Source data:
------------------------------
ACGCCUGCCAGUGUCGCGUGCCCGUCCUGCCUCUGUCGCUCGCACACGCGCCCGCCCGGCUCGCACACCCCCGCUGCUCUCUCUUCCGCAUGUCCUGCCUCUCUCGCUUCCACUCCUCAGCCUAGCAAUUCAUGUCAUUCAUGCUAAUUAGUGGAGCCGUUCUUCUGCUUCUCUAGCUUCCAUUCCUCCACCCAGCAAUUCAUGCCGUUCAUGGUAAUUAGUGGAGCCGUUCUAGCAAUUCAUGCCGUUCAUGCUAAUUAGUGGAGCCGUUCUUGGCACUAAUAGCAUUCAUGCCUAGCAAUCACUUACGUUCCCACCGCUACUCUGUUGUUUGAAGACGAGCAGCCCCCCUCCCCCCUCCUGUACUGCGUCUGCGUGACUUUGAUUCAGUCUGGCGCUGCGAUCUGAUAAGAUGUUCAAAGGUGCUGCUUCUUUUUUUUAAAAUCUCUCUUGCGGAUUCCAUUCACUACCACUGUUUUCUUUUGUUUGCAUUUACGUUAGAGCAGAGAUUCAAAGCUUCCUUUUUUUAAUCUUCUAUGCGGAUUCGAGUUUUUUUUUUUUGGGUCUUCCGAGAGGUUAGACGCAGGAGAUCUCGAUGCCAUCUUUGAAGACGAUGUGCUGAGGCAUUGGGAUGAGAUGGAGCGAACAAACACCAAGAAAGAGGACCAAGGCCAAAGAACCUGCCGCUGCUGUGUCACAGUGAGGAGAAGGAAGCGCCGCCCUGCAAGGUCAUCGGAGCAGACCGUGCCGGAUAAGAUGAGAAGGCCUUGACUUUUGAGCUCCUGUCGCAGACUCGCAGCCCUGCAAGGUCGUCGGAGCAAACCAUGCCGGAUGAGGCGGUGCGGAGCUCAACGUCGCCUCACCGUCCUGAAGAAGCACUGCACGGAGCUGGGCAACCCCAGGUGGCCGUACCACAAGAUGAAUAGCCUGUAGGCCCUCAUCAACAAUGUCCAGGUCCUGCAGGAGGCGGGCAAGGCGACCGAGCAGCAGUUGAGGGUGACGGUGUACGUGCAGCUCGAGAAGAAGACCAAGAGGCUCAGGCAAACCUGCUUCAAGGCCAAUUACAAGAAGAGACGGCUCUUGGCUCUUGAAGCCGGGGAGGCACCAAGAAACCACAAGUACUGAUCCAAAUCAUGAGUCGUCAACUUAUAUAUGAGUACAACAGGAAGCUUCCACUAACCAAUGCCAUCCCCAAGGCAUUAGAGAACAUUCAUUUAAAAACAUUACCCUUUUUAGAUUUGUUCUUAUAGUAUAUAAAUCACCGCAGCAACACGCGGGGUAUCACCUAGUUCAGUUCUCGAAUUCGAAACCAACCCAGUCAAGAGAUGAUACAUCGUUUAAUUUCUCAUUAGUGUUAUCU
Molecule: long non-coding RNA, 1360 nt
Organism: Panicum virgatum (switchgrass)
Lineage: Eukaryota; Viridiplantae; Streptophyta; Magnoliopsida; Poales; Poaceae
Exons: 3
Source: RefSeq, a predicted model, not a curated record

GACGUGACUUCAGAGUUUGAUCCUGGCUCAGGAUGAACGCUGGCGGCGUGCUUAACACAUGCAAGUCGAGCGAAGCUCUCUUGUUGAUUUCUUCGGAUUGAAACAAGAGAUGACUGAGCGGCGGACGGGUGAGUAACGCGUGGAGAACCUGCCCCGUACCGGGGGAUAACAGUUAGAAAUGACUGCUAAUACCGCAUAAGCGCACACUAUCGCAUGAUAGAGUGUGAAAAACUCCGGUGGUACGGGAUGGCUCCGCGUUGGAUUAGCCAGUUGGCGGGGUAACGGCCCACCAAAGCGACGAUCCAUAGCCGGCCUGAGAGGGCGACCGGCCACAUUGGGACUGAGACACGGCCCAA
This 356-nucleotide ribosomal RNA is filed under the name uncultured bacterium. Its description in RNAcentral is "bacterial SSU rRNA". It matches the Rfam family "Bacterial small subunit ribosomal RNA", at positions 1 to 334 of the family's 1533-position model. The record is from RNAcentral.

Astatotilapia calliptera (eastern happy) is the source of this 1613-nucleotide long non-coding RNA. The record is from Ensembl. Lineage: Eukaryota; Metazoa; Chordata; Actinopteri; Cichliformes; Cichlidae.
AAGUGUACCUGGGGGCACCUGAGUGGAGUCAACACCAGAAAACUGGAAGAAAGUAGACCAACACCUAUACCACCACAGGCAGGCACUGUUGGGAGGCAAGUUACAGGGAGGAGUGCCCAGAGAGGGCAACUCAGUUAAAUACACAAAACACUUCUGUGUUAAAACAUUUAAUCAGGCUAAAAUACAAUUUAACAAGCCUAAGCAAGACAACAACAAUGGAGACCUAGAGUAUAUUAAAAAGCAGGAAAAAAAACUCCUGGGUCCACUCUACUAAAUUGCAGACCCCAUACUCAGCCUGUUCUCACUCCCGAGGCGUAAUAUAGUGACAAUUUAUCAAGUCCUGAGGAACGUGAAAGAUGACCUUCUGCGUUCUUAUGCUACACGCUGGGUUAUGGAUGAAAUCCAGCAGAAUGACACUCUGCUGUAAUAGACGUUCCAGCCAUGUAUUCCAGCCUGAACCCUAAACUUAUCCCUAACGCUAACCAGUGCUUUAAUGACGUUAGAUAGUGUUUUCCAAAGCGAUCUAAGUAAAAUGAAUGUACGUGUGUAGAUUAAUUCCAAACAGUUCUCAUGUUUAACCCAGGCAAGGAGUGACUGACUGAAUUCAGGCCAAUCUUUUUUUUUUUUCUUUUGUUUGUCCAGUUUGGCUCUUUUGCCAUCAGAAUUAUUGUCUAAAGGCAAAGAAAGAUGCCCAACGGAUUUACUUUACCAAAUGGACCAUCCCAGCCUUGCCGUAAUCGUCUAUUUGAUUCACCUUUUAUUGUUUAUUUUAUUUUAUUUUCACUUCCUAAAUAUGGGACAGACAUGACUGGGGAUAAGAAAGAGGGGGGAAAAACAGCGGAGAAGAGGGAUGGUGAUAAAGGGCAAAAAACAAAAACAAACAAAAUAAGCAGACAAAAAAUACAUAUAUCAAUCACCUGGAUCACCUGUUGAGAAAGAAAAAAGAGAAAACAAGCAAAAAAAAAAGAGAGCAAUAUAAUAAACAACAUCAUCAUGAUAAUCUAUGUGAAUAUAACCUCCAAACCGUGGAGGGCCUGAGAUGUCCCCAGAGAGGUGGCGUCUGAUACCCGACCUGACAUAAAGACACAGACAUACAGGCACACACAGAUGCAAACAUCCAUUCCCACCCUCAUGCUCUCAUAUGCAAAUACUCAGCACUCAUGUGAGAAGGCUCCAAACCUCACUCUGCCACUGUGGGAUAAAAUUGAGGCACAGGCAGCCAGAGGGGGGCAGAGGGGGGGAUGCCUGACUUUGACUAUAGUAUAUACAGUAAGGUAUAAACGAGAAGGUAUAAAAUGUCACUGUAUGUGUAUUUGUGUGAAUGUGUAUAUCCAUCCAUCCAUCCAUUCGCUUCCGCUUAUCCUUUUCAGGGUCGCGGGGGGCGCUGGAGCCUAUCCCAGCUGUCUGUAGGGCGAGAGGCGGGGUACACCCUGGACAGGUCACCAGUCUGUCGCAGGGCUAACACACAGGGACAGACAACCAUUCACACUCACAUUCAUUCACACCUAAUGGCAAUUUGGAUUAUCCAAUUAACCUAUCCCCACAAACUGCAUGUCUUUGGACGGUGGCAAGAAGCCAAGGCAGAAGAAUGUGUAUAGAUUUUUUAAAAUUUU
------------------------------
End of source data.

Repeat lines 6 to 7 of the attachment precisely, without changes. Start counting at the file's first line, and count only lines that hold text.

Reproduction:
Source: RefSeq, a predicted model, not a curated record

GACGUGACUUCAGAGUUUGAUCCUGGCUCAGGAUGAACGCUGGCGGCGUGCUUAACACAUGCAAGUCGAGCGAAGCUCUCUUGUUGAUUUCUUCGGAUUGAAACAAGAGAUGACUGAGCGGCGGACGGGUGAGUAACGCGUGGAGAACCUGCCCCGUACCGGGGGAUAACAGUUAGAAAUGACUGCUAAUACCGCAUAAGCGCACACUAUCGCAUGAUAGAGUGUGAAAAACUCCGGUGGUACGGGAUGGCUCCGCGUUGGAUUAGCCAGUUGGCGGGGUAACGGCCCACCAAAGCGACGAUCCAUAGCCGGCCUGAGAGGGCGACCGGCCACAUUGGGACUGAGACACGGCCCAA